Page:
The New York-based ratings agency Standard and Poor’s maintained its “BB/B” long and short-term credit rating for Costa Rica Thursday afternoon, adding that the outlook appears stable, according to a statement.
The company also reaffirmed its transfer and convertibility assessment for Costa Rica at “BBB-,” the agency’s lowest investment grade.
S&P’s statement was sanguine in the face of the country’s rising budget deficit, predicting that the government would be able to contain runaway debt through higher tax revenues and budget controls in the next two years. The rating agency’s forecast breaks with gloomy predictions recently from other groups, including Fitch Ratings and the Eurasia Group.
Standard & Poor’s also noted that Costa Rica would likely see an improving economy thanks to a recovering U.S. economy, the country’s largest trade partner, and low international oil prices. A stable political system and continued foreign direct investment would buffer Costa Rica during the next two years from the immediate effects of the deficit, the statement said.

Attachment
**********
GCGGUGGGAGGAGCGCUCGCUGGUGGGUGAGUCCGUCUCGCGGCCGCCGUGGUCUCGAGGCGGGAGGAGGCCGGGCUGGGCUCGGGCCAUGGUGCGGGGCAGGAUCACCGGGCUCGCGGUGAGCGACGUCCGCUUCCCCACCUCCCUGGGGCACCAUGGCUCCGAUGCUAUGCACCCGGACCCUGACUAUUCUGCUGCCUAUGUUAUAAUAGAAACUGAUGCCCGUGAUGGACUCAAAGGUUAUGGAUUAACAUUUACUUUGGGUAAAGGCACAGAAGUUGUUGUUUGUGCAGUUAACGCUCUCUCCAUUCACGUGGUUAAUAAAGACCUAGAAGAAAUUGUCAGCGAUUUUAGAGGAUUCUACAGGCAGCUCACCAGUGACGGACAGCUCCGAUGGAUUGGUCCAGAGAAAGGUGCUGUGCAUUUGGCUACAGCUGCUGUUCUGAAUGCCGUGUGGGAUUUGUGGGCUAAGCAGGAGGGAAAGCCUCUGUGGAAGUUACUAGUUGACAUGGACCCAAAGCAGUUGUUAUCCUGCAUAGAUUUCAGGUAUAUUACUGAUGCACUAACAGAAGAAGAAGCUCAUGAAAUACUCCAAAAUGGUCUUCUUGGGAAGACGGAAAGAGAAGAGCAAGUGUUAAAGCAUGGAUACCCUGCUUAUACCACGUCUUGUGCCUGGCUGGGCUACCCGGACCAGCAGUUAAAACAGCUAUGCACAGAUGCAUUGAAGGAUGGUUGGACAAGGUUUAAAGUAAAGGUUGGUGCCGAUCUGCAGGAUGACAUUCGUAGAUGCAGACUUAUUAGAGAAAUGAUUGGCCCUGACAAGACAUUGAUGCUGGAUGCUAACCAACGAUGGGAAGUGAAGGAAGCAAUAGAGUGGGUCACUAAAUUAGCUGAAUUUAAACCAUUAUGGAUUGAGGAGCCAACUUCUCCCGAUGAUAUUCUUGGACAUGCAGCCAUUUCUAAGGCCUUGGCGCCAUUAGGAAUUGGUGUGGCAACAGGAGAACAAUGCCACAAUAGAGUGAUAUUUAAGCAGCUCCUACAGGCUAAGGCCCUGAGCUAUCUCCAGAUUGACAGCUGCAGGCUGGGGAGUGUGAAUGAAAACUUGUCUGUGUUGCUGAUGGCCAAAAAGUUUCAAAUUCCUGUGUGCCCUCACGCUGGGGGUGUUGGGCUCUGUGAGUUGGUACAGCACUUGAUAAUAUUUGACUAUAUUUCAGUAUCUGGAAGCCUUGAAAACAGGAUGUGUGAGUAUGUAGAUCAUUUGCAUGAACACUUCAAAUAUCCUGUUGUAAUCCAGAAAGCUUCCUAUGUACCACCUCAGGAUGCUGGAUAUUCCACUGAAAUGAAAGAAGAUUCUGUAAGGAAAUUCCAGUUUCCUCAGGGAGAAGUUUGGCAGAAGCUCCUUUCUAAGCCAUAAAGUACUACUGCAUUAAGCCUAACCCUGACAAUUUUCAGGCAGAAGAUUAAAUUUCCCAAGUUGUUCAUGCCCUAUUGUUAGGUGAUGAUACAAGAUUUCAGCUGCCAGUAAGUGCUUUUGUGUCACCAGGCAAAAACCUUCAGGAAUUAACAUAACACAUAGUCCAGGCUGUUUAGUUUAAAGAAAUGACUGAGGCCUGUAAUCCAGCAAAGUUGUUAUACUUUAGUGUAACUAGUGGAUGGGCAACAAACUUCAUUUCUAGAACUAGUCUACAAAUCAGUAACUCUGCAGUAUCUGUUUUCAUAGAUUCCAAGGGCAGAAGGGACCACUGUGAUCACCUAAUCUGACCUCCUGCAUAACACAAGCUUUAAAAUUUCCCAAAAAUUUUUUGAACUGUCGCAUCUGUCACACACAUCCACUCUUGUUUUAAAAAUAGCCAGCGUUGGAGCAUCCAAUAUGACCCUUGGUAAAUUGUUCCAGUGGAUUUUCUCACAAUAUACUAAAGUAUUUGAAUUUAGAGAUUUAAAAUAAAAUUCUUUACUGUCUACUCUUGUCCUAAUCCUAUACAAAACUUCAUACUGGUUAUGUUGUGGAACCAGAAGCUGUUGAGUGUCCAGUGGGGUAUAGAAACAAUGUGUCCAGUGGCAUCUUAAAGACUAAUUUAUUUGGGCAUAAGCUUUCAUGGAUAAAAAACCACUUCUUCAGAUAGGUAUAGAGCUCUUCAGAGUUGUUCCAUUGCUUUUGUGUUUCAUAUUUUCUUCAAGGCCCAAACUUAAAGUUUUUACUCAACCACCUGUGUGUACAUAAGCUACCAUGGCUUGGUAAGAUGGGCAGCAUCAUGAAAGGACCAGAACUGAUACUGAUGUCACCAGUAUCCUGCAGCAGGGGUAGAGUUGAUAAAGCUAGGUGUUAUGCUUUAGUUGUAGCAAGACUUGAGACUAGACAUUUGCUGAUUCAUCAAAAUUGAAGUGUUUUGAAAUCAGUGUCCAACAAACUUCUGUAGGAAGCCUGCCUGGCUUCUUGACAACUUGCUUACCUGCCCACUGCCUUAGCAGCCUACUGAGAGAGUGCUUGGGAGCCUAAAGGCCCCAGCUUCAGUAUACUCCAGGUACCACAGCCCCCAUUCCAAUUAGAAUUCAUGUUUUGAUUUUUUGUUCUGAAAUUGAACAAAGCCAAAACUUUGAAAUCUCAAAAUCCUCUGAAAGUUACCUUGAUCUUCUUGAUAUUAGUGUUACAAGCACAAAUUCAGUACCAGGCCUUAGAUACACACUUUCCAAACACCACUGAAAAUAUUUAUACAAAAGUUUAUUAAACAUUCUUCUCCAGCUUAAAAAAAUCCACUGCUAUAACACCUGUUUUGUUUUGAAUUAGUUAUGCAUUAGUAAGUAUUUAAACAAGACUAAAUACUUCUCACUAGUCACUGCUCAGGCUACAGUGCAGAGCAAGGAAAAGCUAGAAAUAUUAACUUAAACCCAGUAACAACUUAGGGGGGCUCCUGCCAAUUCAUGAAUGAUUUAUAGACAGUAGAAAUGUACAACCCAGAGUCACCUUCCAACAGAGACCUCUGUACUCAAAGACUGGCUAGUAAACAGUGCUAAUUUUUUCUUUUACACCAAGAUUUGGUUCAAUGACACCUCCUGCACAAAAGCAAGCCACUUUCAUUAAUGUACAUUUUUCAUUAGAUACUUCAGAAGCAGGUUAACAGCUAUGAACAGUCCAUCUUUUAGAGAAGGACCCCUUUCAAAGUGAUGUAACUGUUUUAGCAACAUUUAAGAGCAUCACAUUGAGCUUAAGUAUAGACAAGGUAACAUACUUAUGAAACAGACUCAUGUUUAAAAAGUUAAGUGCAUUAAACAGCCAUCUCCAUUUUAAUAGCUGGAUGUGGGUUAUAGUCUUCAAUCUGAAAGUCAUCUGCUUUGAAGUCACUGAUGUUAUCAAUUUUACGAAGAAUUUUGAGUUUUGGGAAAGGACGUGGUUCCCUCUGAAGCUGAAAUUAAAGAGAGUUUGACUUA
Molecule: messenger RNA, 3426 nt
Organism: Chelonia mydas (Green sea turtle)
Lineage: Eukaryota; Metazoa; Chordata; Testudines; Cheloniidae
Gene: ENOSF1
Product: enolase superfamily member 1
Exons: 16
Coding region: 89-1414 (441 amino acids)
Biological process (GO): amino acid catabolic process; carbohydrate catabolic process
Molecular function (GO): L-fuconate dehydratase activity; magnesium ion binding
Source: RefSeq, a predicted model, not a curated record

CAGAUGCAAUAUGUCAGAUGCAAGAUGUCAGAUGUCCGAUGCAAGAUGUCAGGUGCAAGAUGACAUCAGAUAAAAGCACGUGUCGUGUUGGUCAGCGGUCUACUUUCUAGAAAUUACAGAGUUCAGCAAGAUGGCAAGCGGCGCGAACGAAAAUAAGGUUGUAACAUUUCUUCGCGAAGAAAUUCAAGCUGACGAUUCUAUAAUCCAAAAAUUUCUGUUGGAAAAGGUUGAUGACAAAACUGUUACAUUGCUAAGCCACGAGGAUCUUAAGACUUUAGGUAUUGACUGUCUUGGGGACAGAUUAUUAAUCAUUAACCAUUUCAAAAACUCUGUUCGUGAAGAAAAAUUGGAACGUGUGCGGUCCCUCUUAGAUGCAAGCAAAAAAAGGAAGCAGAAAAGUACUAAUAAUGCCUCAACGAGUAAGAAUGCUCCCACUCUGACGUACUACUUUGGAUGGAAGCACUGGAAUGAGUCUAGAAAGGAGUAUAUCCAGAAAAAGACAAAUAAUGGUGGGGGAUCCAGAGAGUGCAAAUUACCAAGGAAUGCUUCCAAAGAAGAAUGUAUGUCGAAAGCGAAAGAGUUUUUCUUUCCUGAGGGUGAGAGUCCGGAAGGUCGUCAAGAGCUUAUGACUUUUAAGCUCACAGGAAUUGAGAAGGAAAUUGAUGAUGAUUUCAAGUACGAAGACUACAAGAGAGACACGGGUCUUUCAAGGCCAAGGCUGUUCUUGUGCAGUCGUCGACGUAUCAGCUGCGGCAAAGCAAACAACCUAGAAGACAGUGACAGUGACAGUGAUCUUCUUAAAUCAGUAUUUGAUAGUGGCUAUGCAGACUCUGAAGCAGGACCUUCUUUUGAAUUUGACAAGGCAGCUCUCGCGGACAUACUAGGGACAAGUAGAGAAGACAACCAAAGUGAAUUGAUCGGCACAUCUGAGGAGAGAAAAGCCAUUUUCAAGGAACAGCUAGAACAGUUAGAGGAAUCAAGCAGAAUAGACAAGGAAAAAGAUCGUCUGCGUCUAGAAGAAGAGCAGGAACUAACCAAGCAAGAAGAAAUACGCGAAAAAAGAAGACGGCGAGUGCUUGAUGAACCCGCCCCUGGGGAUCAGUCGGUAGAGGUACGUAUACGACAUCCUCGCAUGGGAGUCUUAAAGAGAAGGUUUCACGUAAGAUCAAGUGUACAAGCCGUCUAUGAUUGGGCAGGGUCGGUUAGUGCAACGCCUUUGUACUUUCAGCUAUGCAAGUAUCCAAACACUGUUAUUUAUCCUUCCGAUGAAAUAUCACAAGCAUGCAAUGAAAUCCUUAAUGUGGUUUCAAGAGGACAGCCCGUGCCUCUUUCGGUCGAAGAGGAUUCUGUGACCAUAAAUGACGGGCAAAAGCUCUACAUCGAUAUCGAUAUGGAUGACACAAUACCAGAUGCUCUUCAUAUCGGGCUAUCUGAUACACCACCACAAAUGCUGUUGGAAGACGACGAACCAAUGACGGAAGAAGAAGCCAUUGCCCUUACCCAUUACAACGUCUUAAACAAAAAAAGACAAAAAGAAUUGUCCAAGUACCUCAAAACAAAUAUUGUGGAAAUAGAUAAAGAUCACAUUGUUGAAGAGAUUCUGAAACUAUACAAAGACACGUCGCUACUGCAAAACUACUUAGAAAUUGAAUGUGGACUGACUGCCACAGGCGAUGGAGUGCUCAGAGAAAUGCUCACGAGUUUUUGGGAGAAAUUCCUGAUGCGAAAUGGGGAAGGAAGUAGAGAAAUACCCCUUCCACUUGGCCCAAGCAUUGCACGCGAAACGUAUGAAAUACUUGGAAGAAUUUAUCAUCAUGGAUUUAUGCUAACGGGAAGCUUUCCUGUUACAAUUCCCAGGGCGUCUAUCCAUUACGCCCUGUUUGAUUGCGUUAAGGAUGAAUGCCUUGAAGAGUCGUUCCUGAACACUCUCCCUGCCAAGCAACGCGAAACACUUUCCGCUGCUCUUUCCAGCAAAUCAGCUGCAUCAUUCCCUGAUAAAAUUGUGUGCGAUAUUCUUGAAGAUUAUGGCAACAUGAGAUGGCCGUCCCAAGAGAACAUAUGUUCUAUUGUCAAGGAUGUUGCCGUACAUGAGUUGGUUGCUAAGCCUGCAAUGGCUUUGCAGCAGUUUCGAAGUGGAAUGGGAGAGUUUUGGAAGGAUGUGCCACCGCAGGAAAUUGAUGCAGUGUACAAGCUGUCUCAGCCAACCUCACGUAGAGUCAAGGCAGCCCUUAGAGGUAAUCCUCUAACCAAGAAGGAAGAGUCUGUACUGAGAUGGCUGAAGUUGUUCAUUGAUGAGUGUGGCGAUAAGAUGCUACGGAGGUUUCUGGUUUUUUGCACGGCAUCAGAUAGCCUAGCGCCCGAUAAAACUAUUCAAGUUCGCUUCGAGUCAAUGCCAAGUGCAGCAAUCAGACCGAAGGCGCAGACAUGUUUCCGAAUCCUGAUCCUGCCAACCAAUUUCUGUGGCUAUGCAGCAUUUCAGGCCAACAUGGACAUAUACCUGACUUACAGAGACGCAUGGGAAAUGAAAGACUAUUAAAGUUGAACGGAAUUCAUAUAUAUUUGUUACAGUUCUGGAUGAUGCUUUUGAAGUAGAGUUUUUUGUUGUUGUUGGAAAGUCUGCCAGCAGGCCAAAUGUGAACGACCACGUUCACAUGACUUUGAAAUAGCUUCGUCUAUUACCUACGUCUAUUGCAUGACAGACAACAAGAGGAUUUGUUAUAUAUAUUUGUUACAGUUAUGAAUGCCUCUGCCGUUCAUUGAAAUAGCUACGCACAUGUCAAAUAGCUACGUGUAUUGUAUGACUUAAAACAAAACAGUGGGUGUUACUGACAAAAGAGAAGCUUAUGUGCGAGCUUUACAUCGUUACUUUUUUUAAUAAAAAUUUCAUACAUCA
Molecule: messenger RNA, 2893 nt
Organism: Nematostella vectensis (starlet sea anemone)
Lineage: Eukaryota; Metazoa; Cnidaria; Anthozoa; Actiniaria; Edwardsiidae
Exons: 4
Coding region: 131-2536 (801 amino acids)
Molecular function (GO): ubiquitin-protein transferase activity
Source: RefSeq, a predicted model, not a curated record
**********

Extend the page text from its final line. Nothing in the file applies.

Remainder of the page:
“Standard & Poor’s decision show confidence in the efforts of the government to secure the approval of tax measures that will be presented to the Congress in the coming weeks,” Vice President and Finance Minister Helio Fallas said in a statement Thursday. Those measures include a bill that would establish a value-added tax.